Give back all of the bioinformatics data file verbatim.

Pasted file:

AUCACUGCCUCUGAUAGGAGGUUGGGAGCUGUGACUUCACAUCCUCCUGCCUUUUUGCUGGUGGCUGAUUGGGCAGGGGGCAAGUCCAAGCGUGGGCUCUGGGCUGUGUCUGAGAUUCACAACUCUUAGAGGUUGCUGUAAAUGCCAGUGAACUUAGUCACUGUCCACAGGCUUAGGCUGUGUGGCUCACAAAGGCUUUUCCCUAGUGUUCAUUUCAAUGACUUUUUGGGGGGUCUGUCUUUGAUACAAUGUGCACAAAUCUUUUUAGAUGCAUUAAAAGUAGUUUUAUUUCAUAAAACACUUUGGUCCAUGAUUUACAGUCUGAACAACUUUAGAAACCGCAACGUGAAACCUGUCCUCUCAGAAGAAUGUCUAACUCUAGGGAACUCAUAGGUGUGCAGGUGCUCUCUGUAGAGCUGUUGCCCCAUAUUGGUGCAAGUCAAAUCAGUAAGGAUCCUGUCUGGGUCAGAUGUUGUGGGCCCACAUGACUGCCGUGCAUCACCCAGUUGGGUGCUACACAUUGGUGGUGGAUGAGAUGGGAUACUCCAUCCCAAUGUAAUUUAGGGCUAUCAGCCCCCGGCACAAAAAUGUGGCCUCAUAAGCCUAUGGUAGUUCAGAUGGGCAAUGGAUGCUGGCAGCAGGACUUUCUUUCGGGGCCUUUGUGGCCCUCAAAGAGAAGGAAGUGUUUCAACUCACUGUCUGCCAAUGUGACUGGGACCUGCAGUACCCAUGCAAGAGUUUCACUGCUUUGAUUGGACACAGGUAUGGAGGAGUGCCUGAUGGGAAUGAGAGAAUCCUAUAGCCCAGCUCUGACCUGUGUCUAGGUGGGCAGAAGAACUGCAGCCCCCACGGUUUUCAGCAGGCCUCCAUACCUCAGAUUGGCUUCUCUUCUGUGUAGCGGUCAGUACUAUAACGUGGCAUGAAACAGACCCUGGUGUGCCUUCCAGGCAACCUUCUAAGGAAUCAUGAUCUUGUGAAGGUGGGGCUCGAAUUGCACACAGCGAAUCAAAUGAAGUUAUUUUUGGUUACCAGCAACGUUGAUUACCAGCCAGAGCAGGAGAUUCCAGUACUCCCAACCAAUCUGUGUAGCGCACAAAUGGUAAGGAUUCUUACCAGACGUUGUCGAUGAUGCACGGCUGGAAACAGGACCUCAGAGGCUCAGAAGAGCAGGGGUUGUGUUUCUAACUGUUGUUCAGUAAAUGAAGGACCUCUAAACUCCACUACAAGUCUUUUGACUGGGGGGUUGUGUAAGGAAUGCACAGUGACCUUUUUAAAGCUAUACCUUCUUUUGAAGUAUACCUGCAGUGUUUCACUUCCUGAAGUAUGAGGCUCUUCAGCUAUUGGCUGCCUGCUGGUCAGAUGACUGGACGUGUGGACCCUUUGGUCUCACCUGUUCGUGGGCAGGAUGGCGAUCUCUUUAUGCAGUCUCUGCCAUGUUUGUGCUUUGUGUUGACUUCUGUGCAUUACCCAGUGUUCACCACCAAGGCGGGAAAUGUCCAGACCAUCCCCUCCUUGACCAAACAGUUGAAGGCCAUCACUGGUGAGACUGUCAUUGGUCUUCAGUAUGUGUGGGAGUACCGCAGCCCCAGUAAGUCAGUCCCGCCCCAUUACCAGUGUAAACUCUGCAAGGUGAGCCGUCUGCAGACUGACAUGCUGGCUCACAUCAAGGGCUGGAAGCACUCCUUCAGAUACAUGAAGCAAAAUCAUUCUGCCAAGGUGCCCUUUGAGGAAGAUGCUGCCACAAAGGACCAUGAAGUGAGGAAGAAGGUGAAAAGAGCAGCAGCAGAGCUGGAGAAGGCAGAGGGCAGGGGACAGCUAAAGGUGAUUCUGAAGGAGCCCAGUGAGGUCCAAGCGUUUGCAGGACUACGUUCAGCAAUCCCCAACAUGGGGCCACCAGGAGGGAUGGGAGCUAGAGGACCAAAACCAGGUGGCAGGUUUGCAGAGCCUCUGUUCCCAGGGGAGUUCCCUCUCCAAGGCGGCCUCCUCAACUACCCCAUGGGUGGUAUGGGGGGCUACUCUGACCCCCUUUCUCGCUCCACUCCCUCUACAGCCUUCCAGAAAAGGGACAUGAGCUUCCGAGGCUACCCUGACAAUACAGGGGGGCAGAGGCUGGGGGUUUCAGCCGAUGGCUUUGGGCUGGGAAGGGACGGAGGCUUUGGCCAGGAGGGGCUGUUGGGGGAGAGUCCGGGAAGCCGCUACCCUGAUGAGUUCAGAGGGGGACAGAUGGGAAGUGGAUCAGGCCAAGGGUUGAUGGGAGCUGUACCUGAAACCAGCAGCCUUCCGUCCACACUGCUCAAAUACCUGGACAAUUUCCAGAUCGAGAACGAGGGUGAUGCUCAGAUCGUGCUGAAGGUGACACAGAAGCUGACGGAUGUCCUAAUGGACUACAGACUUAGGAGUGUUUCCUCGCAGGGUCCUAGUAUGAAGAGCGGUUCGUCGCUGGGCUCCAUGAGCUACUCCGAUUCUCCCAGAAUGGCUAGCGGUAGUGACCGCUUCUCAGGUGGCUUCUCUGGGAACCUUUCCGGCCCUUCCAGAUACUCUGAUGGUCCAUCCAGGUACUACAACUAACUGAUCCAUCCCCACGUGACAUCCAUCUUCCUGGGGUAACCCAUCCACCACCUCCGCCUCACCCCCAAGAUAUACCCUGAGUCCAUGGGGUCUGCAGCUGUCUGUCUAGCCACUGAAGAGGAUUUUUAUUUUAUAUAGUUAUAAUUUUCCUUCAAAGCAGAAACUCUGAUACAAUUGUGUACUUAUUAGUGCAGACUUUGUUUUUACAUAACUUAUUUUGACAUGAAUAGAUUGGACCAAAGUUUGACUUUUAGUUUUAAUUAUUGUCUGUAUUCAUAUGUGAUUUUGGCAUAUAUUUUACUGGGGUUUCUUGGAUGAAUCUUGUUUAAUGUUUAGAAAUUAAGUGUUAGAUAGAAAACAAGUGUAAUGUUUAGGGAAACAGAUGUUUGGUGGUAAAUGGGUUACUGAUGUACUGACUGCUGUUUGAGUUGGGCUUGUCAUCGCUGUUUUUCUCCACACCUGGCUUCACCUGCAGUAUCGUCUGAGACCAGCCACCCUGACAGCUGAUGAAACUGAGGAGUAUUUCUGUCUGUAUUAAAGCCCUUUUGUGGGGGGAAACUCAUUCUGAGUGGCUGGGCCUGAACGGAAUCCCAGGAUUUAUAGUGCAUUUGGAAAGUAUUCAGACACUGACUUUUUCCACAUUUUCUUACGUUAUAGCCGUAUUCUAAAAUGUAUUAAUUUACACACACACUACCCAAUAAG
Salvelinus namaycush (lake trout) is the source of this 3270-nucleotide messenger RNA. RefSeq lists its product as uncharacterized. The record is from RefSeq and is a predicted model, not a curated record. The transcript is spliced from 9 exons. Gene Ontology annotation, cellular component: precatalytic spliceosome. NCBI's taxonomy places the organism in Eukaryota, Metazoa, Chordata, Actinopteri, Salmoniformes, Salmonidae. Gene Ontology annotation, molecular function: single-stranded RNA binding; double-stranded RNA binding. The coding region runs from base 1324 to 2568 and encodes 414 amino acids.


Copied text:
AUCACUGCCUCUGAUAGGAGGUUGGGAGCUGUGACUUCACAUCCUCCUGCCUUUUUGCUGGUGGCUGAUUGGGCAGGGGGCAAGUCCAAGCGUGGGCUCUGGGCUGUGUCUGAGAUUCACAACUCUUAGAGGUUGCUGUAAAUGCCAGUGAACUUAGUCACUGUCCACAGGCUUAGGCUGUGUGGCUCACAAAGGCUUUUCCCUAGUGUUCAUUUCAAUGACUUUUUGGGGGGUCUGUCUUUGAUACAAUGUGCACAAAUCUUUUUAGAUGCAUUAAAAGUAGUUUUAUUUCAUAAAACACUUUGGUCCAUGAUUUACAGUCUGAACAACUUUAGAAACCGCAACGUGAAACCUGUCCUCUCAGAAGAAUGUCUAACUCUAGGGAACUCAUAGGUGUGCAGGUGCUCUCUGUAGAGCUGUUGCCCCAUAUUGGUGCAAGUCAAAUCAGUAAGGAUCCUGUCUGGGUCAGAUGUUGUGGGCCCACAUGACUGCCGUGCAUCACCCAGUUGGGUGCUACACAUUGGUGGUGGAUGAGAUGGGAUACUCCAUCCCAAUGUAAUUUAGGGCUAUCAGCCCCCGGCACAAAAAUGUGGCCUCAUAAGCCUAUGGUAGUUCAGAUGGGCAAUGGAUGCUGGCAGCAGGACUUUCUUUCGGGGCCUUUGUGGCCCUCAAAGAGAAGGAAGUGUUUCAACUCACUGUCUGCCAAUGUGACUGGGACCUGCAGUACCCAUGCAAGAGUUUCACUGCUUUGAUUGGACACAGGUAUGGAGGAGUGCCUGAUGGGAAUGAGAGAAUCCUAUAGCCCAGCUCUGACCUGUGUCUAGGUGGGCAGAAGAACUGCAGCCCCCACGGUUUUCAGCAGGCCUCCAUACCUCAGAUUGGCUUCUCUUCUGUGUAGCGGUCAGUACUAUAACGUGGCAUGAAACAGACCCUGGUGUGCCUUCCAGGCAACCUUCUAAGGAAUCAUGAUCUUGUGAAGGUGGGGCUCGAAUUGCACACAGCGAAUCAAAUGAAGUUAUUUUUGGUUACCAGCAACGUUGAUUACCAGCCAGAGCAGGAGAUUCCAGUACUCCCAACCAAUCUGUGUAGCGCACAAAUGGUAAGGAUUCUUACCAGACGUUGUCGAUGAUGCACGGCUGGAAACAGGACCUCAGAGGCUCAGAAGAGCAGGGGUUGUGUUUCUAACUGUUGUUCAGUAAAUGAAGGACCUCUAAACUCCACUACAAGUCUUUUGACUGGGGGGUUGUGUAAGGAAUGCACAGUGACCUUUUUAAAGCUAUACCUUCUUUUGAAGUAUACCUGCAGUGUUUCACUUCCUGAAGUAUGAGGCUCUUCAGCUAUUGGCUGCCUGCUGGUCAGAUGACUGGACGUGUGGACCCUUUGGUCUCACCUGUUCGUGGGCAGGAUGGCGAUCUCUUUAUGCAGUCUCUGCCAUGUUUGUGCUUUGUGUUGACUUCUGUGCAUUACCCAGUGUUCACCACCAAGGCGGGAAAUGUCCAGACCAUCCCCUCCUUGACCAAACAGUUGAAGGCCAUCACUGGUGAGACUGUCAUUGGUCUUCAGUAUGUGUGGGAGUACCGCAGCCCCAGUAAGUCAGUCCCGCCCCAUUACCAGUGUAAACUCUGCAAGGUGAGCCGUCUGCAGACUGACAUGCUGGCUCACAUCAAGGGCUGGAAGCACUCCUUCAGAUACAUGAAGCAAAAUCAUUCUGCCAAGGUGCCCUUUGAGGAAGAUGCUGCCACAAAGGACCAUGAAGUGAGGAAGAAGGUGAAAAGAGCAGCAGCAGAGCUGGAGAAGGCAGAGGGCAGGGGACAGCUAAAGGUGAUUCUGAAGGAGCCCAGUGAGGUCCAAGCGUUUGCAGGACUACGUUCAGCAAUCCCCAACAUGGGGCCACCAGGAGGGAUGGGAGCUAGAGGACCAAAACCAGGUGGCAGGUUUGCAGAGCCUCUGUUCCCAGGGGAGUUCCCUCUCCAAGGCGGCCUCCUCAACUACCCCAUGGGUGGUAUGGGGGGCUACUCUGACCCCCUUUCUCGCUCCACUCCCUCUACAGCCUUCCAGAAAAGGGACAUGAGCUUCCGAGGCUACCCUGACAAUACAGGGGGGCAGAGGCUGGGGGUUUCAGCCGAUGGCUUUGGGCUGGGAAGGGACGGAGGCUUUGGCCAGGAGGGGCUGUUGGGGGAGAGUCCGGGAAGCCGCUACCCUGAUGAGUUCAGAGGGGGACAGAUGGGAAGUGGAUCAGGCCAAGGGUUGAUGGGAGCUGUACCUGAAACCAGCAGCCUUCCGUCCACACUGCUCAAAUACCUGGACAAUUUCCAGAUCGAGAACGAGGGUGAUGCUCAGAUCGUGCUGAAGGUGACACAGAAGCUGACGGAUGUCCUAAUGGACUACAGACUUAGGAGUGUUUCCUCGCAGGGUCCUAGUAUGAAGAGCGGUUCGUCGCUGGGCUCCAUGAGCUACUCCGAUUCUCCCAGAAUGGCUAGCGGUAGUGACCGCUUCUCAGGUGGCUUCUCUGGGAACCUUUCCGGCCCUUCCAGAUACUCUGAUGGUCCAUCCAGGUACUACAACUAACUGAUCCAUCCCCACGUGACAUCCAUCUUCCUGGGGUAACCCAUCCACCACCUCCGCCUCACCCCCAAGAUAUACCCUGAGUCCAUGGGGUCUGCAGCUGUCUGUCUAGCCACUGAAGAGGAUUUUUAUUUUAUAUAGUUAUAAUUUUCCUUCAAAGCAGAAACUCUGAUACAAUUGUGUACUUAUUAGUGCAGACUUUGUUUUUACAUAACUUAUUUUGACAUGAAUAGAUUGGACCAAAGUUUGACUUUUAGUUUUAAUUAUUGUCUGUAUUCAUAUGUGAUUUUGGCAUAUAUUUUACUGGGGUUUCUUGGAUGAAUCUUGUUUAAUGUUUAGAAAUUAAGUGUUAGAUAGAAAACAAGUGUAAUGUUUAGGGAAACAGAUGUUUGGUGGUAAAUGGGUUACUGAUGUACUGACUGCUGUUUGAGUUGGGCUUGUCAUCGCUGUUUUUCUCCACACCUGGCUUCACCUGCAGUAUCGUCUGAGACCAGCCACCCUGACAGCUGAUGAAACUGAGGAGUAUUUCUGUCUGUAUUAAAGCCCUUUUGUGGGGGGAAACUCAUUCUGAGUGGCUGGGCCUGAACGGAAUCCCAGGAUUUAUAGUGCAUUUGGAAAGUAUUCAGACACUGACUUUUUCCACAUUUUCUUACGUUAUAGCCGUAUUCUAAAAUGUAUUAAUUUACACACACACUACCCAAUAAG
Salvelinus namaycush (lake trout) is the source of this 3270-nucleotide messenger RNA. RefSeq lists its product as uncharacterized. The record is from RefSeq and is a predicted model, not a curated record. The transcript is spliced from 9 exons. Gene Ontology annotation, cellular component: precatalytic spliceosome. NCBI's taxonomy places the organism in Eukaryota, Metazoa, Chordata, Actinopteri, Salmoniformes, Salmonidae. Gene Ontology annotation, molecular function: single-stranded RNA binding; double-stranded RNA binding. The coding region runs from base 1324 to 2568 and encodes 414 amino acids.